Three British nationals have been confirmed dead after the terror attack in Nairobi, with the Foreign Office warning the number could rise.
Prime Minister David Cameron described the assault on the Westgate shopping centre as an "absolutely sickening and despicable act of appalling brutality". Mr Cameron said people in the UK should prepare for "further bad news" as the situation developed.
UK staff from Addis Ababa in Ethopia have travelled to assist with the efforts in Nairobi and a rapid deployment team had been sent from London, the Foreign Office said. Foreign Secretary William Hague has chaired a meeting of the Government's emergency committee Cobra to co-ordinate the response to the situation.
A sombre Mr Cameron said: "It is an absolutely sickening and despicable attack of appalling brutality. What we know is that three British nationals have been killed."
He added: "Because the situation is ongoing we should prepare ourselves for further bad news. Our thoughts also should be with the Kenyan government and the Kenyan people at this time." Mr Cameron said he had offered the Kenyan authorities "every assistance" in a call to president Uhuru Kenyatta.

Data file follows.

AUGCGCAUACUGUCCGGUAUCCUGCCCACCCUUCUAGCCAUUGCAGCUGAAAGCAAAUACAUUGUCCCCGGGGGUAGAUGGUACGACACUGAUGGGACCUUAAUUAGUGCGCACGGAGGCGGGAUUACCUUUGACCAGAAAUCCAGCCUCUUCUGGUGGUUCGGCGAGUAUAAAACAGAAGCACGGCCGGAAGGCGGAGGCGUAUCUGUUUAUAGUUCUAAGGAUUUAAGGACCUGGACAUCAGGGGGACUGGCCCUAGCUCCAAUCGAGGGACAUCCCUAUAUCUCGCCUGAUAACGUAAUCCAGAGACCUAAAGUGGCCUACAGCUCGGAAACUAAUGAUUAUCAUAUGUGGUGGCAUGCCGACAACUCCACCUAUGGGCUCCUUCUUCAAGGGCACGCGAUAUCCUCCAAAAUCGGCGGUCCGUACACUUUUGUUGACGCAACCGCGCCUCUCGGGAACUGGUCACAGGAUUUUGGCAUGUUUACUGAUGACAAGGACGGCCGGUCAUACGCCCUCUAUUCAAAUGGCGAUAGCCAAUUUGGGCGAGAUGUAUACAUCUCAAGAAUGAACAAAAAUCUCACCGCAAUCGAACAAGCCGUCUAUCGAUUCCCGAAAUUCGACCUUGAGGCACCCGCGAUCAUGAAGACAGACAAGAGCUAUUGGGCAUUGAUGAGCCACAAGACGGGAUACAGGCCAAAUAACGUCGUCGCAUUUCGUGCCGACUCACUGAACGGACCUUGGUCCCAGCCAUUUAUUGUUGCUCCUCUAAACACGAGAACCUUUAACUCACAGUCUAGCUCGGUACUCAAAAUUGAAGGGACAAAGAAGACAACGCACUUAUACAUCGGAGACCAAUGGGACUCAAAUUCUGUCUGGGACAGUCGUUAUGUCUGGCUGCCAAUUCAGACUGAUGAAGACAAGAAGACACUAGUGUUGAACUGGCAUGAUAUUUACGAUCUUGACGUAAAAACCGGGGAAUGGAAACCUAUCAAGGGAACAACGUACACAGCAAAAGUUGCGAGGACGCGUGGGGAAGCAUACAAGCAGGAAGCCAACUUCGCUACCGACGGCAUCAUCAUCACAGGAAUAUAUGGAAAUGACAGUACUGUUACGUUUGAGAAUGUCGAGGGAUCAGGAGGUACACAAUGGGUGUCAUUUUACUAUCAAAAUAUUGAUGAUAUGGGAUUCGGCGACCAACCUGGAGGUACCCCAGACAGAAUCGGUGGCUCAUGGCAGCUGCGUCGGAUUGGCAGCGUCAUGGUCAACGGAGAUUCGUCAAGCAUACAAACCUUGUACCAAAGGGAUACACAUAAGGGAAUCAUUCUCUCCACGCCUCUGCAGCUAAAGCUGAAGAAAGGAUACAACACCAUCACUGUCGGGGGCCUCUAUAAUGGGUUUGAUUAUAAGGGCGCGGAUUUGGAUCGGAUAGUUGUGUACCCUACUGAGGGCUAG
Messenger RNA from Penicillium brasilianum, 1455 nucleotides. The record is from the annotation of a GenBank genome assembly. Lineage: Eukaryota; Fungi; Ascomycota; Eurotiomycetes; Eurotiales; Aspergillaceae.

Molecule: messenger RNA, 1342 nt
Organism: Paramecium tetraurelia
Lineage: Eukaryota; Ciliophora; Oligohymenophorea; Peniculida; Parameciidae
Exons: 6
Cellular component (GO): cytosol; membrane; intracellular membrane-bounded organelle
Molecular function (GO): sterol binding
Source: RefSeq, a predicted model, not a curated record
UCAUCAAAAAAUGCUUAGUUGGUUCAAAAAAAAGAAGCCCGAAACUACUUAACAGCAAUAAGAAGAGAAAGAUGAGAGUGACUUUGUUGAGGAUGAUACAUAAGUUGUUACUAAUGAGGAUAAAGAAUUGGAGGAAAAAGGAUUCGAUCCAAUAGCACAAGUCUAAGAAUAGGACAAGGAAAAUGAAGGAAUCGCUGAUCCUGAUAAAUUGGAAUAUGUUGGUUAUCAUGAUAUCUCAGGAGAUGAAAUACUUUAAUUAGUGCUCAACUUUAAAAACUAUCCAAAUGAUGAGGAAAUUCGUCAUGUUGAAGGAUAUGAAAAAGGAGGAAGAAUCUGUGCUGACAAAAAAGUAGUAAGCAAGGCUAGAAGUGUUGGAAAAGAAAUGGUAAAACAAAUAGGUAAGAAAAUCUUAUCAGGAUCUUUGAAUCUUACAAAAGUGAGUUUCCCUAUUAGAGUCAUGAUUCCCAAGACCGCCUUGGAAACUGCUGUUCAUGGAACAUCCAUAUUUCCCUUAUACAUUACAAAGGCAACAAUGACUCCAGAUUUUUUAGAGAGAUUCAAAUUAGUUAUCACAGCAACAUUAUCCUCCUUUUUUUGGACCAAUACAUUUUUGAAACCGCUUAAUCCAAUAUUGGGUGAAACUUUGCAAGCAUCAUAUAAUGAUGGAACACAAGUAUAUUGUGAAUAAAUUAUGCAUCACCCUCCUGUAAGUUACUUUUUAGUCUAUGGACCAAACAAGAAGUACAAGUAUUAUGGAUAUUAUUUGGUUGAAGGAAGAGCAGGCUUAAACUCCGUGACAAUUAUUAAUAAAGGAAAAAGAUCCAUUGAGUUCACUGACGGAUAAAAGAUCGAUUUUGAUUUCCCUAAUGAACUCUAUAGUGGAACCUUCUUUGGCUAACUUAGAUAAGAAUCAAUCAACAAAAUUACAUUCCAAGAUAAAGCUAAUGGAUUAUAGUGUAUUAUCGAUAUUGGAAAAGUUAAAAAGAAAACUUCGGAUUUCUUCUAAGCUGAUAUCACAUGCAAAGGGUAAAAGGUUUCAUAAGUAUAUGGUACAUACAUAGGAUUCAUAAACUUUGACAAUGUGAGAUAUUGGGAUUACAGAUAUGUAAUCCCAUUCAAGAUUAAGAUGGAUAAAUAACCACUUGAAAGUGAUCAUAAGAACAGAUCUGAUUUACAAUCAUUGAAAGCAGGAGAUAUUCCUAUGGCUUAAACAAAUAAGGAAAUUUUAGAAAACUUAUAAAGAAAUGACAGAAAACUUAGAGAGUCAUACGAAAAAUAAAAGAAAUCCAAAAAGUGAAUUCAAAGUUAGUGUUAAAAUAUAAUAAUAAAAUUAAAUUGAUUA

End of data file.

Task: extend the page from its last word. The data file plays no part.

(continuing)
Mr Cameron said: "These appalling terrorist attacks that take place, where the perpetrators claim they do it in the name of a religion, they don't. They do it in the name of terror, violence and extremism and their warped view of the world. They don't represent Islam or Muslims in Britain or anywhere else in the world.
"Obviously the first priority is to make sure we do everything for the British nationals caught up in this, so we're strengthening the consular services that we have and the people that we have to look after our people. We've also offered the Kenyans help in terms of policing and advice and intelligence collaboration and other areas which we will be able to help with."
A day after 10 to 15 gunmen stormed the Westgate Mall attacking shoppers with guns and grenades, an unknown number of hostages remained in the building. Somali-based militant group al-Shabaab claimed responsibility for the outrage at the mall in the affluent Westlands district of the capital, which is popular with expats.
Government officials said at least 59 people were confirmed dead and 175 others were wounded in the atrocity, while about 1,000 were rescued from the upmarket mall. President Kenyatta has pledged to hunt down and punish the terrorists. In a televised address he said he had "personally lost family members in the Westgate attack".
The Labour Party conference in Brighton paused for a minute's silence as news of the deaths filtered through, with Ed Miliband among those reflecting on the tragedy. Concerned British nationals are advised to monitor Foreign & Commonwealth Office (FCO) travel advice and to contact 020 7008 0000.